The details are unclear, but it seems the course not surprisingly suffered during the Great Depression. Newspaper reports mention worsening conditions, one writer saying Waverley’s fairways were better than Gearhart’s greens, that the 150 sheep and goats roaming the fairways were creating problems, and that the 70c green fee was exorbitant. At some point, Portland department store company Meier & Frank came in to prevent the course from sliding into bankruptcy, and it moved swiftly to help Gearhart reclaim its lofty reputation as the best course on the West coast.
On September 27th 1931, 16 years after Turnbull created Gearhart’s first 18, the Medford Mail Tribune reported that 1904 and 1905 US Amateur champion Chandler Egan, who had moved from Chicago to Medford in 1912 to become an orchardier, had been engaged by Meier & Frank in an effort to ‘improve the Gearhart golf course’. Don Holton, the historian at Exmoor CC in Highland Park, IL where Egan was a member before moving to Oregon, knows as much about Egan’s life and achievements as any man having scanned Egan’s entire collection of personal scrapbooks and photo albums. He says surprisingly little is known about Egan's course design activity. “We do know he was heavily involved at Pebble Beach with Robert Hunter ahead of the 1929 US Amateur Championship,” says Holton, “and that he designed Eugene CC, Tualatin CC, Oswego Lake CC, and a number of other excellent courses in the Pacific Northwest. But there is almost nothing about his course architecture among all his documents. Sadly, it doesn’t appear he kept any course plans or blueprints.”
No one can be certain therefore what exactly Egan did at Gearhart, though it’s likely he lengthened the course to accommodate ever-improving golf equipment (steel shafts), and sought to improve the general level of maintenance.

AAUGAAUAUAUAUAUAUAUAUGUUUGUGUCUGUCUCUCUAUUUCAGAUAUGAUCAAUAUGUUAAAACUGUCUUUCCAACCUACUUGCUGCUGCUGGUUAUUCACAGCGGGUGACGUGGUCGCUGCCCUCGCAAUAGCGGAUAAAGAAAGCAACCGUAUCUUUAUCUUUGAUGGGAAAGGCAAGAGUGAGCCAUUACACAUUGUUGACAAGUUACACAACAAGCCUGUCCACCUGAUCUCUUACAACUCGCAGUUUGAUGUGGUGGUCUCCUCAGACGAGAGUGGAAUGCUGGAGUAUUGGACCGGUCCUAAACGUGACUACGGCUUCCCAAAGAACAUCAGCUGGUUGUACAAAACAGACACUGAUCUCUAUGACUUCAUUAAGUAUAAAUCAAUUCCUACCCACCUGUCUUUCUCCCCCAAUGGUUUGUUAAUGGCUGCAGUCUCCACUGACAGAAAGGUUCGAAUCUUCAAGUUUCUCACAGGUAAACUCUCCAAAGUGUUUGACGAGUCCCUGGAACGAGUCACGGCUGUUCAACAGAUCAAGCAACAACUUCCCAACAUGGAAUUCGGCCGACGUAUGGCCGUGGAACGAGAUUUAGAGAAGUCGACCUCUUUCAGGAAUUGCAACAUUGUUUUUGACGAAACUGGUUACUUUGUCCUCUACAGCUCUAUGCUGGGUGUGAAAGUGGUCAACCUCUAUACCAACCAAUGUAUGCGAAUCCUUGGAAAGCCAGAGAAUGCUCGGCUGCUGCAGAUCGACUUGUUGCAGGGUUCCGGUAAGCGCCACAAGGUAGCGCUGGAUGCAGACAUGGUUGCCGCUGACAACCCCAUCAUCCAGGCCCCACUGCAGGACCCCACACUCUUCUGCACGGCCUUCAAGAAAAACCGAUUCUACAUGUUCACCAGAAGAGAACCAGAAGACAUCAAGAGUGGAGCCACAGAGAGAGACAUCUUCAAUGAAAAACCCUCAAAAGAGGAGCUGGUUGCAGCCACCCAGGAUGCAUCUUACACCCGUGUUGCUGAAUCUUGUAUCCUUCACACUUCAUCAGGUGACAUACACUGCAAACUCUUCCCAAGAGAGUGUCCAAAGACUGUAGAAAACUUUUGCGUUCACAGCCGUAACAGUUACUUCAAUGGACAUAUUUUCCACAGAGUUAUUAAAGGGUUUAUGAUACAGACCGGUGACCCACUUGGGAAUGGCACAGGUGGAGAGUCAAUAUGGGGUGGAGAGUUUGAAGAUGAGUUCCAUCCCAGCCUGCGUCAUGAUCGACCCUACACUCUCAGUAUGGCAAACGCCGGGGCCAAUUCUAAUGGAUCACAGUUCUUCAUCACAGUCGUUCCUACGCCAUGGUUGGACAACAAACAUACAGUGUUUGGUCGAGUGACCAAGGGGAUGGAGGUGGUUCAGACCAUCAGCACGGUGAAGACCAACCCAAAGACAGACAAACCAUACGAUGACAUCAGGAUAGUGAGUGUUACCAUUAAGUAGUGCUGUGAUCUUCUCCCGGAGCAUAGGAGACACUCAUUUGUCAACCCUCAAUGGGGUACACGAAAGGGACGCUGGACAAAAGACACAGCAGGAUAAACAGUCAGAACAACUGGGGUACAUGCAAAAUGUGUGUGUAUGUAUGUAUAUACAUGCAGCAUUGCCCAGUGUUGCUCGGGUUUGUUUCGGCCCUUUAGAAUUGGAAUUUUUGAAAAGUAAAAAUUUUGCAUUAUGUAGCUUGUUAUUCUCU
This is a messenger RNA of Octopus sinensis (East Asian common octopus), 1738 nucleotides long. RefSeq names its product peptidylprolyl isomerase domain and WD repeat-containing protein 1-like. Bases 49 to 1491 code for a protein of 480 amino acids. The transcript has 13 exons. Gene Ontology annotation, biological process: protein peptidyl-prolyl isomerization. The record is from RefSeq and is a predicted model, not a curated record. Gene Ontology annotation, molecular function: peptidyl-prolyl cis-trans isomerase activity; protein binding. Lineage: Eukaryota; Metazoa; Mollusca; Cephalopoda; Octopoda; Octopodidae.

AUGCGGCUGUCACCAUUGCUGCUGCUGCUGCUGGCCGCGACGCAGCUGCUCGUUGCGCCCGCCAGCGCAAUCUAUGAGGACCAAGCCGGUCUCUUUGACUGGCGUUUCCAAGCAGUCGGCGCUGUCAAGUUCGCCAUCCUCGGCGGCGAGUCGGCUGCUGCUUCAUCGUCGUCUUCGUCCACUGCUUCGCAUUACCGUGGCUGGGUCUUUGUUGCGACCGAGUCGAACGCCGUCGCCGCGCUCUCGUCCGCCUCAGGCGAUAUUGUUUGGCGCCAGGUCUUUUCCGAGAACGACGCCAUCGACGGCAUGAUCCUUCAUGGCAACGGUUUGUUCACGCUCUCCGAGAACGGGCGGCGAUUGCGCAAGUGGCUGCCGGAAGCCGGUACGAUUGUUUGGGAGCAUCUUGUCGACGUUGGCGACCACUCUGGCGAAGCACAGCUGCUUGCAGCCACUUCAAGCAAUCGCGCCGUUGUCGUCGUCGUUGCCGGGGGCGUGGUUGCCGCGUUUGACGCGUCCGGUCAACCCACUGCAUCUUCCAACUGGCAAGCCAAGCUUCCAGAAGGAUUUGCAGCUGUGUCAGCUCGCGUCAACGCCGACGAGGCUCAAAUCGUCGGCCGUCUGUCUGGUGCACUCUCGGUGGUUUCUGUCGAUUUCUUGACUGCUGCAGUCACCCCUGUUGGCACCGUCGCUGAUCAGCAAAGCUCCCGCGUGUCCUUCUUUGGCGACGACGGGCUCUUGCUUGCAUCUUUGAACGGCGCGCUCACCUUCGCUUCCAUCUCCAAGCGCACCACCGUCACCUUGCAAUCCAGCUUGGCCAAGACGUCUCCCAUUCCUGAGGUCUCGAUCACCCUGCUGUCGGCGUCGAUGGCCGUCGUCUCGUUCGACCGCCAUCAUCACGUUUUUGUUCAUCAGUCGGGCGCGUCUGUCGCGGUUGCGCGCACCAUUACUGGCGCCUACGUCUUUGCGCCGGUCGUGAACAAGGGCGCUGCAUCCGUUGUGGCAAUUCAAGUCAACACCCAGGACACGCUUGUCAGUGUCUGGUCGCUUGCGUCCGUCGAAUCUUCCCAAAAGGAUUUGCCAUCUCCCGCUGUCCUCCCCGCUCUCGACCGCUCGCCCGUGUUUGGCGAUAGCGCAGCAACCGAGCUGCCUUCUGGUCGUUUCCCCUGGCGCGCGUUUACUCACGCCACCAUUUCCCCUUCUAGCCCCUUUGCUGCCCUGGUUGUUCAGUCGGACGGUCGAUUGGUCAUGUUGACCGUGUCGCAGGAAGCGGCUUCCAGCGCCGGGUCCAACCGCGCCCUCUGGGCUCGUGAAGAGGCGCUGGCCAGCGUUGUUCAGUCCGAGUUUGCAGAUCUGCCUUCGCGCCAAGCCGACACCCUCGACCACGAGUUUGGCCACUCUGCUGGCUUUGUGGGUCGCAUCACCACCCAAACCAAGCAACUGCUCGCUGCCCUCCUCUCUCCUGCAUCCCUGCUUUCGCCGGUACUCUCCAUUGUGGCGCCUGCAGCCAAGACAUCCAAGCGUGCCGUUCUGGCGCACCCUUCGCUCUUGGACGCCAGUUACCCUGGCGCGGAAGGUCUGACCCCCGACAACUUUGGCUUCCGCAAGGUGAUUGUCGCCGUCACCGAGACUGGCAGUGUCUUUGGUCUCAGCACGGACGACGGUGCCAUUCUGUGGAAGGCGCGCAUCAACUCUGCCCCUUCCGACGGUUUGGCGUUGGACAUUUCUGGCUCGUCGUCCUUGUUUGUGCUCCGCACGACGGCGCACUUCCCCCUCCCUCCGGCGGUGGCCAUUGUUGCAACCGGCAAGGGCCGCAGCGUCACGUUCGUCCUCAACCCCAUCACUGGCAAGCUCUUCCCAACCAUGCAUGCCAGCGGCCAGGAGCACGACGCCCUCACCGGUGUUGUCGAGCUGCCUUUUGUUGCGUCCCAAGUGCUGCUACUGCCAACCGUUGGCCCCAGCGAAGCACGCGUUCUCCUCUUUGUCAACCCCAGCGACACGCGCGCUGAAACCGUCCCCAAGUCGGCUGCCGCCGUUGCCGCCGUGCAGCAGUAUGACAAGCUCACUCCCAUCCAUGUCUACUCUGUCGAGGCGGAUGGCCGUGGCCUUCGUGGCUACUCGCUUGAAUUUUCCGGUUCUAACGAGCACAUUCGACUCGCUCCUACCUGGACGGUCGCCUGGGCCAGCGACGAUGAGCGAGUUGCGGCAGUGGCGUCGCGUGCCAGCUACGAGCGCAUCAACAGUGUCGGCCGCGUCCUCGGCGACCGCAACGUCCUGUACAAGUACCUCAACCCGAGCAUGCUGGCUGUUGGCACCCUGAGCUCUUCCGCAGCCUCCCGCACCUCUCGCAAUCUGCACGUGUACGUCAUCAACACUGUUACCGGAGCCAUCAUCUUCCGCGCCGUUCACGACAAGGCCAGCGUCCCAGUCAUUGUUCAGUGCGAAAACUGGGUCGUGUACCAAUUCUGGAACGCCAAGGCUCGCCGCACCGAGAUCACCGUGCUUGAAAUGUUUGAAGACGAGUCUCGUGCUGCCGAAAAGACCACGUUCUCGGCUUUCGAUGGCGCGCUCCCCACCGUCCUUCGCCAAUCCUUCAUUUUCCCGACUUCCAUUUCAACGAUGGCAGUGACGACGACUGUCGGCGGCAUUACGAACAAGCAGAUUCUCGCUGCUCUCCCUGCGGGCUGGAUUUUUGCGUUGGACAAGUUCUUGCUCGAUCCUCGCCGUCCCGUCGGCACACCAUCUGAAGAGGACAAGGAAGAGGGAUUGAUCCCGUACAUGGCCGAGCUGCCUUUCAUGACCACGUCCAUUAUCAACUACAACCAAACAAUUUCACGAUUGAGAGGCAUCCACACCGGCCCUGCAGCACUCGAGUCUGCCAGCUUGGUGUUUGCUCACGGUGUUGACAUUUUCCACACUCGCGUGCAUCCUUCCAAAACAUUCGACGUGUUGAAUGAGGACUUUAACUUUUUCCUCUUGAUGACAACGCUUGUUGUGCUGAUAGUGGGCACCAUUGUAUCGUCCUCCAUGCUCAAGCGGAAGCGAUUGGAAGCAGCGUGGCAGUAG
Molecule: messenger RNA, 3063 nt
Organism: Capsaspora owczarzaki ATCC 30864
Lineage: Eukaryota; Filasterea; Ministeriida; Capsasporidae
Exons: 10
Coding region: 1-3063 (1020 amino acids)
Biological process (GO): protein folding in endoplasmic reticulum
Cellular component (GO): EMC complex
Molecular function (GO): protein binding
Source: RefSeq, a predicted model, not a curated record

Egan’s involvement would seem to undermine claims that AV Macan, the Irish lawyer who emigrated to Victoria, BC in 1912 and became one of the Pacific Northwest’s best and most prolific course designers, redesigned the course in 1932. Macan expert Michael Riste makes no mention of Gearhart in his thorough biography “Just Call Me Mac”, published in 2011. “I never credited Mac with any work at Gearhart because I could find no primary source to provide the evidence,” says Riste. “Mac never mentioned Gearhart in any of the correspondence of his that I have in my files, and nothing emerged from a complete search of the Oregonian newspaper between 1930 and 1940.”
Regardless of who designed or redesigned the course, however, Gearhart managed to survive first the Depression and then the second world war intact. But it was about to take on a whole new look.
Can't See the Course for the Trees
During the 1950s and ‘60s, Gearhart planted trees, likely in response to television pictures showing tree-lined courses such as Winged Foot, Oak Hill, Baltusrol, and Augusta National. Viewers thought tree-lined fairways looked beautiful, and wanted the same for their course no matter how alien it seemed. The story of Oakmont’s conversion from exposed, treeless landscape to heavily-treed parkland was probably a significant factor.
Gearhart superintendent Forrest Goodling suspects it was the members of the club attached to this public course that wanted the trees, though it’s hard to identify the culprits.
Whatever prompted the move and whoever was responsible for it though, the course’s appearance changed dramatically as dozens of hardy Shore Pines, a common sight on the coast between southern Alaska and Northern California, and a subspecies of the Lodgepole Pine, began appearing on both sides of Gearhart’s fairways. And thanks to seed-eating birds, the trees propagated easily, further changing the look and style of the course.